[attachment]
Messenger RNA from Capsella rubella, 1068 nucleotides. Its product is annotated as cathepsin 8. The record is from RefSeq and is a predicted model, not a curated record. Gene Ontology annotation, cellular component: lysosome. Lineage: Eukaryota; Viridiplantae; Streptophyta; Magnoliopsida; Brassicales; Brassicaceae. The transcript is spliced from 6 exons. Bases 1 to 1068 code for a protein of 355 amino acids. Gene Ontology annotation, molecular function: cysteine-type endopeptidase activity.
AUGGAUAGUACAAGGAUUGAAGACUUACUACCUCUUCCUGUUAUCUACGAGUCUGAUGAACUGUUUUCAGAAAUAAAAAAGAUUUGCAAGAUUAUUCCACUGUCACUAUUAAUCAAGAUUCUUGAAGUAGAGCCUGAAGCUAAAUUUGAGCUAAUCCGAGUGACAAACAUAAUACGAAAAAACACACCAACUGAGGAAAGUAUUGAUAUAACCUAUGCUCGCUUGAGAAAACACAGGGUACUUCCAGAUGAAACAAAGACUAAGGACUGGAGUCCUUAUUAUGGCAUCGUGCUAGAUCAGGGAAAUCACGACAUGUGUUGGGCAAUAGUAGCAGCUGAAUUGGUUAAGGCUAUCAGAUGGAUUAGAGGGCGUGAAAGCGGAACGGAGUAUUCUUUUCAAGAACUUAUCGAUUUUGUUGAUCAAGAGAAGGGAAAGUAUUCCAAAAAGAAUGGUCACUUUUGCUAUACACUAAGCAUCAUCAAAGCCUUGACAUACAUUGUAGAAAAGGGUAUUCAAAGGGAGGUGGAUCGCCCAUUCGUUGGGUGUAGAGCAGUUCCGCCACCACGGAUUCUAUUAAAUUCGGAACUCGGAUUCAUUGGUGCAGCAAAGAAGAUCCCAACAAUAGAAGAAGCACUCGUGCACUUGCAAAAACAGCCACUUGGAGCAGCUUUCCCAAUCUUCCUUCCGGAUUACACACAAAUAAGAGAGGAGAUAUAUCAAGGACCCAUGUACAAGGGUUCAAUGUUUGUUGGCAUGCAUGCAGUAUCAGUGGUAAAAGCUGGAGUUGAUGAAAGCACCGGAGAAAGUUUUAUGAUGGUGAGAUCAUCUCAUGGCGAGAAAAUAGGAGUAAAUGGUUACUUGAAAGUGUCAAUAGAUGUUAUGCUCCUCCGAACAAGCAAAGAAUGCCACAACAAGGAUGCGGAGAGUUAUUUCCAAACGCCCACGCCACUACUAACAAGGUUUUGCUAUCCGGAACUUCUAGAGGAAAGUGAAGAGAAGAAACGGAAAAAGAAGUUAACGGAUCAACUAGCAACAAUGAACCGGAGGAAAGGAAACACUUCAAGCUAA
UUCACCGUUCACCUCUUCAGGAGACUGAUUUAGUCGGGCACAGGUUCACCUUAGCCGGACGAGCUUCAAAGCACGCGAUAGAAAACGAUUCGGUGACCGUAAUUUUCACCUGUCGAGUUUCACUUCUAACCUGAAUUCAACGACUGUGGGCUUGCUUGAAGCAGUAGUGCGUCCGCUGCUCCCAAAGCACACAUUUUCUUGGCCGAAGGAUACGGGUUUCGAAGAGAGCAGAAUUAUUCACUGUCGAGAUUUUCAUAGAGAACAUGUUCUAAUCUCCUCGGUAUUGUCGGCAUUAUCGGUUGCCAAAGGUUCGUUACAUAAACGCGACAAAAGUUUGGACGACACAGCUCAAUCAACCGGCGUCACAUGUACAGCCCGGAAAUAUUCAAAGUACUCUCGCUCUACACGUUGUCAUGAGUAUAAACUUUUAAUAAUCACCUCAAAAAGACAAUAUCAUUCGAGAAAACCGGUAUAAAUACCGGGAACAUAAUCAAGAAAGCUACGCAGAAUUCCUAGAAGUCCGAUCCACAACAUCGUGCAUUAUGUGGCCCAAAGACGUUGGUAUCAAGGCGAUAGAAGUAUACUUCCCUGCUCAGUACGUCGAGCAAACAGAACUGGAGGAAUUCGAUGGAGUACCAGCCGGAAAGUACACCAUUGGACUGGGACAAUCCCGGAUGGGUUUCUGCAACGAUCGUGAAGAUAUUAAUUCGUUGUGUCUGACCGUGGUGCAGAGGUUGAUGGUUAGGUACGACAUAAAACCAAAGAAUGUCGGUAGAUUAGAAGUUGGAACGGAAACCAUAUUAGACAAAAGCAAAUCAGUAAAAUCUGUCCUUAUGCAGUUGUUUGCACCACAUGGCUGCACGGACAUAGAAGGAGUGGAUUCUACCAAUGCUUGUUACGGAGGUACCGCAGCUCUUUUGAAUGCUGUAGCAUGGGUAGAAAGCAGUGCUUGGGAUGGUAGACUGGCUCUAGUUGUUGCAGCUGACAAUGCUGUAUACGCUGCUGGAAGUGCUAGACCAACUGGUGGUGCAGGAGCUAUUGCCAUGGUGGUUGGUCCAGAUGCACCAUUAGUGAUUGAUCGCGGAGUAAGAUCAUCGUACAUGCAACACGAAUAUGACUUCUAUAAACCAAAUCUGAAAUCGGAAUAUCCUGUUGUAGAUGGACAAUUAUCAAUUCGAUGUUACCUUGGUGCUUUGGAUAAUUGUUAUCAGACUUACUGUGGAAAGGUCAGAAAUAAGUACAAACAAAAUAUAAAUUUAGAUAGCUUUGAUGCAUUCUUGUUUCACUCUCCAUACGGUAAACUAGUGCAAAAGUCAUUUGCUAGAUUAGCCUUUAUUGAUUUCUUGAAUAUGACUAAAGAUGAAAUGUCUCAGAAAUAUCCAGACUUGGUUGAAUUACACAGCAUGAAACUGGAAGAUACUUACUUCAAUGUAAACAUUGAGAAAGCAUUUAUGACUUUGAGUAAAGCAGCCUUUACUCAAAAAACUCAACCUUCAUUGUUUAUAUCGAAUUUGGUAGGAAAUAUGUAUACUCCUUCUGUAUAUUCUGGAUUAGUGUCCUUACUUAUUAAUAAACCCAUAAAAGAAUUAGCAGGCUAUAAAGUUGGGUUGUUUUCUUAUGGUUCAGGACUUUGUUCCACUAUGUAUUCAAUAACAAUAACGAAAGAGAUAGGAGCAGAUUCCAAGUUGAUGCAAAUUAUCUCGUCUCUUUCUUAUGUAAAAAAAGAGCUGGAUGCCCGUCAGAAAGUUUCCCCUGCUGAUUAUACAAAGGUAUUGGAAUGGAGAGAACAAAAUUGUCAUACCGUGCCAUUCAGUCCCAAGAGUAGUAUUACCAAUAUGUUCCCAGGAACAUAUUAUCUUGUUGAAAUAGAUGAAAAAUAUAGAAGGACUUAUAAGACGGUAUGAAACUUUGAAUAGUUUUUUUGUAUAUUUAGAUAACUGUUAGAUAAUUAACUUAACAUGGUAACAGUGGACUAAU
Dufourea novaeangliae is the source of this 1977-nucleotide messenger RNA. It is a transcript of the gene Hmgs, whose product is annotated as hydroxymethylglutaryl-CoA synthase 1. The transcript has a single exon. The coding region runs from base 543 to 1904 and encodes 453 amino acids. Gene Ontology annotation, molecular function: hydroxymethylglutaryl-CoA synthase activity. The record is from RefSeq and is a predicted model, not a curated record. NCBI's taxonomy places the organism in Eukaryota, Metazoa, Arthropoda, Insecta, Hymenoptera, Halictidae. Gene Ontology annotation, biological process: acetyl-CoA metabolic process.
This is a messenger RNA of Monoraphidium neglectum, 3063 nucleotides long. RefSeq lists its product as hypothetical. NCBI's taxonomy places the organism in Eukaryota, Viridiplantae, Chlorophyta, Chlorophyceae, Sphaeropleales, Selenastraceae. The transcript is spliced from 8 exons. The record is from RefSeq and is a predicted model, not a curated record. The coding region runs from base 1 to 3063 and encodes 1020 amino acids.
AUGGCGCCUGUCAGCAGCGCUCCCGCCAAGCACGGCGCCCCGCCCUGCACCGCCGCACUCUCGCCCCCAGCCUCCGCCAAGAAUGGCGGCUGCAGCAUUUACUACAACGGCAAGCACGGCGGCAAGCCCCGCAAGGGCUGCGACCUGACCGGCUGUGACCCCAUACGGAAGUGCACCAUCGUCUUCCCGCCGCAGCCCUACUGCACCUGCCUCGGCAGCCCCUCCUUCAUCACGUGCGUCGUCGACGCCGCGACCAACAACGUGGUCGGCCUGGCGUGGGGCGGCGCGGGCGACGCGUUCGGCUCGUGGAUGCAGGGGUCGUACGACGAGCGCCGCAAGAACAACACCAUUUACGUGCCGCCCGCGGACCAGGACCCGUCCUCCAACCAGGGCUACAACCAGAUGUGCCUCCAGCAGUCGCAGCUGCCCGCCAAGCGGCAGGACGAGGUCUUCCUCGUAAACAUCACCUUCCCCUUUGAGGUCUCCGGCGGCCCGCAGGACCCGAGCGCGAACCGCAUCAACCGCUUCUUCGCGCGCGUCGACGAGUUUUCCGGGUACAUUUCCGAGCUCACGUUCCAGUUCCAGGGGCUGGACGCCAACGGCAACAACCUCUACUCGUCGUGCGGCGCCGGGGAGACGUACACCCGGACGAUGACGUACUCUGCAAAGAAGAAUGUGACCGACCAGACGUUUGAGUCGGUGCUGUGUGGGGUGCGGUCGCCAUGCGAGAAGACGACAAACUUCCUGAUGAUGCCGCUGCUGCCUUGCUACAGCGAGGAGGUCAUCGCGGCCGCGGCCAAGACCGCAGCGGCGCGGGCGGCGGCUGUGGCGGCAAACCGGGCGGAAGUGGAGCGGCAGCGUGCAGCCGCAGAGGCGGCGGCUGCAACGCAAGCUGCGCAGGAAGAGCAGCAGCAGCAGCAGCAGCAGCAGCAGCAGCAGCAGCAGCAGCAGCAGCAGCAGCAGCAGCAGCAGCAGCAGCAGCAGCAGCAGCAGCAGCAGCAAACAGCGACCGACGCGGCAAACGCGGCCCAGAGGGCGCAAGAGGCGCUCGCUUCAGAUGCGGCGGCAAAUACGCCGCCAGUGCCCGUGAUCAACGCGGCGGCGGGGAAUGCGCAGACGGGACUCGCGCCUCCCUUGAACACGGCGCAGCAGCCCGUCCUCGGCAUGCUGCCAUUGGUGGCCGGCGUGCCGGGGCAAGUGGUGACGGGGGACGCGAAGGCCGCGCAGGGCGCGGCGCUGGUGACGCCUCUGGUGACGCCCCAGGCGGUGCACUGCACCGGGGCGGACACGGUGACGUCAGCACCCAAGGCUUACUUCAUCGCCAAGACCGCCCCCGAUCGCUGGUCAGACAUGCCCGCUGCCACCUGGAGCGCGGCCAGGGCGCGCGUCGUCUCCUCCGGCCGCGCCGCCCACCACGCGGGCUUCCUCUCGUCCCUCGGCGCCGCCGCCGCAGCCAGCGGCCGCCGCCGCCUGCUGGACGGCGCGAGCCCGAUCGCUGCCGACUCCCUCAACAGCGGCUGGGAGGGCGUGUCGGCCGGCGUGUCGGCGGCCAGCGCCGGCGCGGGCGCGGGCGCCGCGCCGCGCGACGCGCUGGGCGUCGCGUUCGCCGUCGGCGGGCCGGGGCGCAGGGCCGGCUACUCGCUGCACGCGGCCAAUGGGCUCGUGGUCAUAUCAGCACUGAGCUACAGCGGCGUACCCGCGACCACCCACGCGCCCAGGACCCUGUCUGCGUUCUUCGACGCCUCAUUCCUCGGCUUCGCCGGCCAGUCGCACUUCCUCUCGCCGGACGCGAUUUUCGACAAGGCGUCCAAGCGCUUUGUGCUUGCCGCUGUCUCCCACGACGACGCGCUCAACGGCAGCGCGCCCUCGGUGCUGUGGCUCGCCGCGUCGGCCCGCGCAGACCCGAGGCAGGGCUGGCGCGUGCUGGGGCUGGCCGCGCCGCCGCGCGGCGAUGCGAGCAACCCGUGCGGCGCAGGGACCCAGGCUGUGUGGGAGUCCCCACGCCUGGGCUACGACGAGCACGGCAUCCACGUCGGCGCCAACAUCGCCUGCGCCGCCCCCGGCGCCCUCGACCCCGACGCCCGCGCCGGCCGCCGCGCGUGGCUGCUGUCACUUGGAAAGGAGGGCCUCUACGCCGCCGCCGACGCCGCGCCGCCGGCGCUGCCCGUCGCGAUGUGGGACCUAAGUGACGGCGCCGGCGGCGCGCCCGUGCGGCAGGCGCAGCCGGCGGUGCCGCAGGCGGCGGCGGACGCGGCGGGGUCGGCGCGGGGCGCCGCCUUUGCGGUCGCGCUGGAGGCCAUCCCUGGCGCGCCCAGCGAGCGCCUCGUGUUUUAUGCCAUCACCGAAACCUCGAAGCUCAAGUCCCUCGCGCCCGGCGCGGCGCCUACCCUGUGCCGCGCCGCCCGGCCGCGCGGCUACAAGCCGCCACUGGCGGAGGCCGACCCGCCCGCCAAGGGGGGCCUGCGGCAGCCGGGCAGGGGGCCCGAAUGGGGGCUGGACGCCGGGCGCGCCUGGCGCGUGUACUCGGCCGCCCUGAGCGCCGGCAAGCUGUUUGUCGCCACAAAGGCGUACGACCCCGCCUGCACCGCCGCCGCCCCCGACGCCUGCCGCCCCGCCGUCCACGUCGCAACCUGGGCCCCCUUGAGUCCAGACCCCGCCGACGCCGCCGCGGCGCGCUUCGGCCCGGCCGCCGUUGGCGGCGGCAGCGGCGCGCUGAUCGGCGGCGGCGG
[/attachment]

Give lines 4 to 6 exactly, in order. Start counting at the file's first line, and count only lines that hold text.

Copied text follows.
Dufourea novaeangliae is the source of this 1977-nucleotide messenger RNA. It is a transcript of the gene Hmgs, whose product is annotated as hydroxymethylglutaryl-CoA synthase 1. The transcript has a single exon. The coding region runs from base 543 to 1904 and encodes 453 amino acids. Gene Ontology annotation, molecular function: hydroxymethylglutaryl-CoA synthase activity. The record is from RefSeq and is a predicted model, not a curated record. NCBI's taxonomy places the organism in Eukaryota, Metazoa, Arthropoda, Insecta, Hymenoptera, Halictidae. Gene Ontology annotation, biological process: acetyl-CoA metabolic process.
This is a messenger RNA of Monoraphidium neglectum, 3063 nucleotides long. RefSeq lists its product as hypothetical. NCBI's taxonomy places the organism in Eukaryota, Viridiplantae, Chlorophyta, Chlorophyceae, Sphaeropleales, Selenastraceae. The transcript is spliced from 8 exons. The record is from RefSeq and is a predicted model, not a curated record. The coding region runs from base 1 to 3063 and encodes 1020 amino acids.
AUGGCGCCUGUCAGCAGCGCUCCCGCCAAGCACGGCGCCCCGCCCUGCACCGCCGCACUCUCGCCCCCAGCCUCCGCCAAGAAUGGCGGCUGCAGCAUUUACUACAACGGCAAGCACGGCGGCAAGCCCCGCAAGGGCUGCGACCUGACCGGCUGUGACCCCAUACGGAAGUGCACCAUCGUCUUCCCGCCGCAGCCCUACUGCACCUGCCUCGGCAGCCCCUCCUUCAUCACGUGCGUCGUCGACGCCGCGACCAACAACGUGGUCGGCCUGGCGUGGGGCGGCGCGGGCGACGCGUUCGGCUCGUGGAUGCAGGGGUCGUACGACGAGCGCCGCAAGAACAACACCAUUUACGUGCCGCCCGCGGACCAGGACCCGUCCUCCAACCAGGGCUACAACCAGAUGUGCCUCCAGCAGUCGCAGCUGCCCGCCAAGCGGCAGGACGAGGUCUUCCUCGUAAACAUCACCUUCCCCUUUGAGGUCUCCGGCGGCCCGCAGGACCCGAGCGCGAACCGCAUCAACCGCUUCUUCGCGCGCGUCGACGAGUUUUCCGGGUACAUUUCCGAGCUCACGUUCCAGUUCCAGGGGCUGGACGCCAACGGCAACAACCUCUACUCGUCGUGCGGCGCCGGGGAGACGUACACCCGGACGAUGACGUACUCUGCAAAGAAGAAUGUGACCGACCAGACGUUUGAGUCGGUGCUGUGUGGGGUGCGGUCGCCAUGCGAGAAGACGACAAACUUCCUGAUGAUGCCGCUGCUGCCUUGCUACAGCGAGGAGGUCAUCGCGGCCGCGGCCAAGACCGCAGCGGCGCGGGCGGCGGCUGUGGCGGCAAACCGGGCGGAAGUGGAGCGGCAGCGUGCAGCCGCAGAGGCGGCGGCUGCAACGCAAGCUGCGCAGGAAGAGCAGCAGCAGCAGCAGCAGCAGCAGCAGCAGCAGCAGCAGCAGCAGCAGCAGCAGCAGCAGCAGCAGCAGCAGCAGCAGCAGCAGCAGCAGCAGCAAACAGCGACCGACGCGGCAAACGCGGCCCAGAGGGCGCAAGAGGCGCUCGCUUCAGAUGCGGCGGCAAAUACGCCGCCAGUGCCCGUGAUCAACGCGGCGGCGGGGAAUGCGCAGACGGGACUCGCGCCUCCCUUGAACACGGCGCAGCAGCCCGUCCUCGGCAUGCUGCCAUUGGUGGCCGGCGUGCCGGGGCAAGUGGUGACGGGGGACGCGAAGGCCGCGCAGGGCGCGGCGCUGGUGACGCCUCUGGUGACGCCCCAGGCGGUGCACUGCACCGGGGCGGACACGGUGACGUCAGCACCCAAGGCUUACUUCAUCGCCAAGACCGCCCCCGAUCGCUGGUCAGACAUGCCCGCUGCCACCUGGAGCGCGGCCAGGGCGCGCGUCGUCUCCUCCGGCCGCGCCGCCCACCACGCGGGCUUCCUCUCGUCCCUCGGCGCCGCCGCCGCAGCCAGCGGCCGCCGCCGCCUGCUGGACGGCGCGAGCCCGAUCGCUGCCGACUCCCUCAACAGCGGCUGGGAGGGCGUGUCGGCCGGCGUGUCGGCGGCCAGCGCCGGCGCGGGCGCGGGCGCCGCGCCGCGCGACGCGCUGGGCGUCGCGUUCGCCGUCGGCGGGCCGGGGCGCAGGGCCGGCUACUCGCUGCACGCGGCCAAUGGGCUCGUGGUCAUAUCAGCACUGAGCUACAGCGGCGUACCCGCGACCACCCACGCGCCCAGGACCCUGUCUGCGUUCUUCGACGCCUCAUUCCUCGGCUUCGCCGGCCAGUCGCACUUCCUCUCGCCGGACGCGAUUUUCGACAAGGCGUCCAAGCGCUUUGUGCUUGCCGCUGUCUCCCACGACGACGCGCUCAACGGCAGCGCGCCCUCGGUGCUGUGGCUCGCCGCGUCGGCCCGCGCAGACCCGAGGCAGGGCUGGCGCGUGCUGGGGCUGGCCGCGCCGCCGCGCGGCGAUGCGAGCAACCCGUGCGGCGCAGGGACCCAGGCUGUGUGGGAGUCCCCACGCCUGGGCUACGACGAGCACGGCAUCCACGUCGGCGCCAACAUCGCCUGCGCCGCCCCCGGCGCCCUCGACCCCGACGCCCGCGCCGGCCGCCGCGCGUGGCUGCUGUCACUUGGAAAGGAGGGCCUCUACGCCGCCGCCGACGCCGCGCCGCCGGCGCUGCCCGUCGCGAUGUGGGACCUAAGUGACGGCGCCGGCGGCGCGCCCGUGCGGCAGGCGCAGCCGGCGGUGCCGCAGGCGGCGGCGGACGCGGCGGGGUCGGCGCGGGGCGCCGCCUUUGCGGUCGCGCUGGAGGCCAUCCCUGGCGCGCCCAGCGAGCGCCUCGUGUUUUAUGCCAUCACCGAAACCUCGAAGCUCAAGUCCCUCGCGCCCGGCGCGGCGCCUACCCUGUGCCGCGCCGCCCGGCCGCGCGGCUACAAGCCGCCACUGGCGGAGGCCGACCCGCCCGCCAAGGGGGGCCUGCGGCAGCCGGGCAGGGGGCCCGAAUGGGGGCUGGACGCCGGGCGCGCCUGGCGCGUGUACUCGGCCGCCCUGAGCGCCGGCAAGCUGUUUGUCGCCACAAAGGCGUACGACCCCGCCUGCACCGCCGCCGCCCCCGACGCCUGCCGCCCCGCCGUCCACGUCGCAACCUGGGCCCCCUUGAGUCCAGACCCCGCCGACGCCGCCGCGGCGCGCUUCGGCCCGGCCGCCGUUGGCGGCGGCAGCGGCGCGCUGAUCGGCGGCGGCGG